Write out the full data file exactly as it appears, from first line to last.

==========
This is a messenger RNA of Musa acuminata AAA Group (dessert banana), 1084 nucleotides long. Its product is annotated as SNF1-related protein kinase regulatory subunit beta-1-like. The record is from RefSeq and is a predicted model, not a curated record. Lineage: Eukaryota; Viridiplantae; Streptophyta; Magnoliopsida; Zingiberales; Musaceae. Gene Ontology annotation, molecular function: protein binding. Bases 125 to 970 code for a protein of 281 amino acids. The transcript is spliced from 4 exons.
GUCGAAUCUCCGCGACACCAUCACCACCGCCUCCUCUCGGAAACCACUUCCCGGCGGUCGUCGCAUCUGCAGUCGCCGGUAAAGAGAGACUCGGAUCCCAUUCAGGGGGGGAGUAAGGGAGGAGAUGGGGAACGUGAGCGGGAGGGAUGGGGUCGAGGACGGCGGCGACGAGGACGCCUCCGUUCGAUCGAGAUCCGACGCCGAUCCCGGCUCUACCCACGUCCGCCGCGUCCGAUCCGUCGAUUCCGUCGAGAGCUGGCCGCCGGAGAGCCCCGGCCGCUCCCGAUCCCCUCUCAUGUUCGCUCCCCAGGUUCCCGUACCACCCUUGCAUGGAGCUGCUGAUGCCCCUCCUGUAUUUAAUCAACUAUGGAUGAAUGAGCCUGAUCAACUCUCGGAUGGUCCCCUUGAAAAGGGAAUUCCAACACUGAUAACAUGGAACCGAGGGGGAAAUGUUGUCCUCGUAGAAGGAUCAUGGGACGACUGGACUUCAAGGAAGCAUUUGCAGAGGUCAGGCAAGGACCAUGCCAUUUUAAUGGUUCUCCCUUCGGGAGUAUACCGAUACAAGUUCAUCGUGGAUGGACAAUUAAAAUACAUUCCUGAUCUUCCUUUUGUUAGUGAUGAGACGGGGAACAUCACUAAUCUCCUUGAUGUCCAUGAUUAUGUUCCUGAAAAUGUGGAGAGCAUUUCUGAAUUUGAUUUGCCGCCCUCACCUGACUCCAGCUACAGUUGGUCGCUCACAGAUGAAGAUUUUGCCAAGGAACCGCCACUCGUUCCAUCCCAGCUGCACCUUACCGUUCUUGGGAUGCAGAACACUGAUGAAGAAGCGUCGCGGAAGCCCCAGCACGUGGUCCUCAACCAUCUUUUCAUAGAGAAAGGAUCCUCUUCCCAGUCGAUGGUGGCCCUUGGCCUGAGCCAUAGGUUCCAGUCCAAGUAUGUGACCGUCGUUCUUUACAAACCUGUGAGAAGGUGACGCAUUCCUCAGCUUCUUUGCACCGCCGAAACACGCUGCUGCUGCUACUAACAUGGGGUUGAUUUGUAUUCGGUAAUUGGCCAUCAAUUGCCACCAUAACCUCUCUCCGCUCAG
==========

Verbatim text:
This is a messenger RNA of Musa acuminata AAA Group (dessert banana), 1084 nucleotides long. Its product is annotated as SNF1-related protein kinase regulatory subunit beta-1-like. The record is from RefSeq and is a predicted model, not a curated record. Lineage: Eukaryota; Viridiplantae; Streptophyta; Magnoliopsida; Zingiberales; Musaceae. Gene Ontology annotation, molecular function: protein binding. Bases 125 to 970 code for a protein of 281 amino acids. The transcript is spliced from 4 exons.
GUCGAAUCUCCGCGACACCAUCACCACCGCCUCCUCUCGGAAACCACUUCCCGGCGGUCGUCGCAUCUGCAGUCGCCGGUAAAGAGAGACUCGGAUCCCAUUCAGGGGGGGAGUAAGGGAGGAGAUGGGGAACGUGAGCGGGAGGGAUGGGGUCGAGGACGGCGGCGACGAGGACGCCUCCGUUCGAUCGAGAUCCGACGCCGAUCCCGGCUCUACCCACGUCCGCCGCGUCCGAUCCGUCGAUUCCGUCGAGAGCUGGCCGCCGGAGAGCCCCGGCCGCUCCCGAUCCCCUCUCAUGUUCGCUCCCCAGGUUCCCGUACCACCCUUGCAUGGAGCUGCUGAUGCCCCUCCUGUAUUUAAUCAACUAUGGAUGAAUGAGCCUGAUCAACUCUCGGAUGGUCCCCUUGAAAAGGGAAUUCCAACACUGAUAACAUGGAACCGAGGGGGAAAUGUUGUCCUCGUAGAAGGAUCAUGGGACGACUGGACUUCAAGGAAGCAUUUGCAGAGGUCAGGCAAGGACCAUGCCAUUUUAAUGGUUCUCCCUUCGGGAGUAUACCGAUACAAGUUCAUCGUGGAUGGACAAUUAAAAUACAUUCCUGAUCUUCCUUUUGUUAGUGAUGAGACGGGGAACAUCACUAAUCUCCUUGAUGUCCAUGAUUAUGUUCCUGAAAAUGUGGAGAGCAUUUCUGAAUUUGAUUUGCCGCCCUCACCUGACUCCAGCUACAGUUGGUCGCUCACAGAUGAAGAUUUUGCCAAGGAACCGCCACUCGUUCCAUCCCAGCUGCACCUUACCGUUCUUGGGAUGCAGAACACUGAUGAAGAAGCGUCGCGGAAGCCCCAGCACGUGGUCCUCAACCAUCUUUUCAUAGAGAAAGGAUCCUCUUCCCAGUCGAUGGUGGCCCUUGGCCUGAGCCAUAGGUUCCAGUCCAAGUAUGUGACCGUCGUUCUUUACAAACCUGUGAGAAGGUGACGCAUUCCUCAGCUUCUUUGCACCGCCGAAACACGCUGCUGCUGCUACUAACAUGGGGUUGAUUUGUAUUCGGUAAUUGGCCAUCAAUUGCCACCAUAACCUCUCUCCGCUCAG